5. Nootropics themselves convey a large and unique class of drugs and supplements that are designed to enhance cognitive function. I would point you to the /r/nootropics subreddit and longecity as these forums have extensive coverage of nootropics. I will likely (hopefully) write several articles on nootropics in the future. The most common and most studied racetam, Piracetam, has been shown to likely potentiate amphetamine.
  6. Modafinil is a wakefulness promoting agent, a eugoric that has a uniqueness in subjective quality of the substance in addition to a particular pharmacological mechanism of action. The aforementioned link is to Gwern’s website which is an astoundingly long overview of modafinil’s pharmacological, legal, and other aspects.

Recall that mixing stimulants and taking too much of any sole or combination of stimulatory drugs can lead to residual anxiety and therefore a decrease in cognitive ability and productivity.

Are amphetamine substances even effective for memory enhancement and studying in healthy subjects? This is a question with a variety of contradictory research, as some studies show that amphetamines merely show an increase in subject’s feeling of having done better on a task where their performance remains mostly static. Nonetheless, if amphetamines merely increase motivation, energy, and stamina for healthy subjects then it can be a valuable improvement in productivity.

Prescription Stimulants’ Effects on Healthy Inhibitory Control, Working Memory, and Episodic Memory: A Meta-analysis



  1. Illicit use of psychostimulants among college students: A preliminary study http://www.tandfonline.com/doi/abs/10.1080/13548500220139386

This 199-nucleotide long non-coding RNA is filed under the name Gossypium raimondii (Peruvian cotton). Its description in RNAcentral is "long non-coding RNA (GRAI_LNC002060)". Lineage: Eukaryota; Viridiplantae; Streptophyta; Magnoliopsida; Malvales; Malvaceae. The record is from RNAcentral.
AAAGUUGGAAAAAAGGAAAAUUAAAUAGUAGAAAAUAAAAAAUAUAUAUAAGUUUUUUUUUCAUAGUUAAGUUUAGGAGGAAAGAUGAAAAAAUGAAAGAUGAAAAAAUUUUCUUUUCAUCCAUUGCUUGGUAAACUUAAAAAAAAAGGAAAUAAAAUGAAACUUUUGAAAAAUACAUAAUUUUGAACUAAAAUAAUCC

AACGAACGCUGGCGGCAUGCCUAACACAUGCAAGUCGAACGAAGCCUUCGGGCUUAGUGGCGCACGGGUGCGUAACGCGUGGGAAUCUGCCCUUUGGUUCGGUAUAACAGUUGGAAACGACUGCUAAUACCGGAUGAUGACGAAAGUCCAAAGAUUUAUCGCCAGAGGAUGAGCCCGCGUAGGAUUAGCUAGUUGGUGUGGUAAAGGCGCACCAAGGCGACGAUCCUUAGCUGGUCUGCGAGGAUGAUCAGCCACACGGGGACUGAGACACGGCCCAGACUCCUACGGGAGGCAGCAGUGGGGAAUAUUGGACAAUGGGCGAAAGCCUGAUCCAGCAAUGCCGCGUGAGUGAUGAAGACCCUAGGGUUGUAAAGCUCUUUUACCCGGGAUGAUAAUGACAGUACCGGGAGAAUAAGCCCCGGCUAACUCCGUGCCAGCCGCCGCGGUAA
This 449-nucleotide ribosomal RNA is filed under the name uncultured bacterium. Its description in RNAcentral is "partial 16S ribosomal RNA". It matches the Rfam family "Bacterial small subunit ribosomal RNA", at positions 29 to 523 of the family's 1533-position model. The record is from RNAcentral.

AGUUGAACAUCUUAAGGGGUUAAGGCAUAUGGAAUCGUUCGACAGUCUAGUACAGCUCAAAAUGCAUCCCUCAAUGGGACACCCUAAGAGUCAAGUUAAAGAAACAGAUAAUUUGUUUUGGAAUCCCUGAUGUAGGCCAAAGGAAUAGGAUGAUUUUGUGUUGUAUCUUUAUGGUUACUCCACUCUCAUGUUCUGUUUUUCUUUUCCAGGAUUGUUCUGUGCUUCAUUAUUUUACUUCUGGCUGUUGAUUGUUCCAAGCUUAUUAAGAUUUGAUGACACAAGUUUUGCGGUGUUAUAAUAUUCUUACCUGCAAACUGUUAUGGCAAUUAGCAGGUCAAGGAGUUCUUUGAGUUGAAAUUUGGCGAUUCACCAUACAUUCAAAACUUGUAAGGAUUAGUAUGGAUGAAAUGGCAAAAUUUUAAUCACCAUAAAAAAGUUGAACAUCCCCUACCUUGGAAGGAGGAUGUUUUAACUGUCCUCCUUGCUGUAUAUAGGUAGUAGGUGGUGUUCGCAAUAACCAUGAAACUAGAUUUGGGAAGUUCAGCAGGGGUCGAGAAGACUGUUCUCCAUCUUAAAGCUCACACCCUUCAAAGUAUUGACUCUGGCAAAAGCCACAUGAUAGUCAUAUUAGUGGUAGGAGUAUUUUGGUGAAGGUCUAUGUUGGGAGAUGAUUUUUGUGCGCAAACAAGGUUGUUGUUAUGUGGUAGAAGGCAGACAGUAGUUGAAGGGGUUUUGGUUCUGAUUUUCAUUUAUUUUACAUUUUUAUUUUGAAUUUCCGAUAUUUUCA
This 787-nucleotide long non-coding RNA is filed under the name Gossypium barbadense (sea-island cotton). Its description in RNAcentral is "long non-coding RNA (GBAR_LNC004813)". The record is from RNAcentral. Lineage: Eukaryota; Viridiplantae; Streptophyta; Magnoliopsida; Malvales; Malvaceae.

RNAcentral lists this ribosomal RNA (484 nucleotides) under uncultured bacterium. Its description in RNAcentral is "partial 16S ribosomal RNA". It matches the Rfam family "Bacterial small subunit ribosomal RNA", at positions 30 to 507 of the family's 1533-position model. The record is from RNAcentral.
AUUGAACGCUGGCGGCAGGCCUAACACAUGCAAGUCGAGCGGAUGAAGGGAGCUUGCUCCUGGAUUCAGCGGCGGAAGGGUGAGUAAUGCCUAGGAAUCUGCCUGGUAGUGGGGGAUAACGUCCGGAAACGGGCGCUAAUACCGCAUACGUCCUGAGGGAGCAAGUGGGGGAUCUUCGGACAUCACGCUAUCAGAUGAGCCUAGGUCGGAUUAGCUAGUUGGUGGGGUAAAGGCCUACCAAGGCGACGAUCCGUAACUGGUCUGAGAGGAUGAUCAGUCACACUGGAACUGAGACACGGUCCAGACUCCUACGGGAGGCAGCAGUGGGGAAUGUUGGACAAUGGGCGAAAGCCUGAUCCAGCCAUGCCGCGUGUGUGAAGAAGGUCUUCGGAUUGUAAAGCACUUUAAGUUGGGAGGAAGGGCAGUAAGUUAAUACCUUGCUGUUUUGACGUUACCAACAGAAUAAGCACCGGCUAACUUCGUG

2. A survey of nonmedical use of tranquilizers, stimulants, and pain relievers among college students: patterns of use among users and factors related to abstinence in non-users. http://www.ncbi.nlm.nih.gov/pubmed/25150402
  3. Misuse of prescription stimulants among college students: a review of the literature and implications for morphological and cognitive effects on brain functioning. http://www.ncbi.nlm.nih.gov/pubmed/24099359
  4. Contrast of medical and nonmedical use of stimulant drugs, basis for the distinction, and risk of addiction: comment on Smith and Farah (2011).http://www.ncbi.nlm.nih.gov/pubmed/21859175
  5. Tweaking and Tweeting: Exploring Twitter for Nonmedical Use of a Psychostimulant Drug (Adderall) Among College Students http://www.ncbi.nlm.nih.gov/pmc/articles/PMC3636321/
  6. The effects of non-medically used psychoactive drugs on monoamine neurotransmission in rat brain http://www.sciencedirect.com/science/article/pii/S0014299906013811
  7. Comparison of 4-chloro-, 4-bromo- and 4-fluoroamphetamine in rats: Drug levels in brain and effects on brain serotonin metabolism http://www.sciencedirect.com/science/article/pii/0028390875900994

Drugbank links:

  1. Amphetamine
  2. Dextroamphetamine
  3. Lisdexamfetamine
  4. Methamphetamine
  5. Methylphenidate
  6. Dexmethylphenidate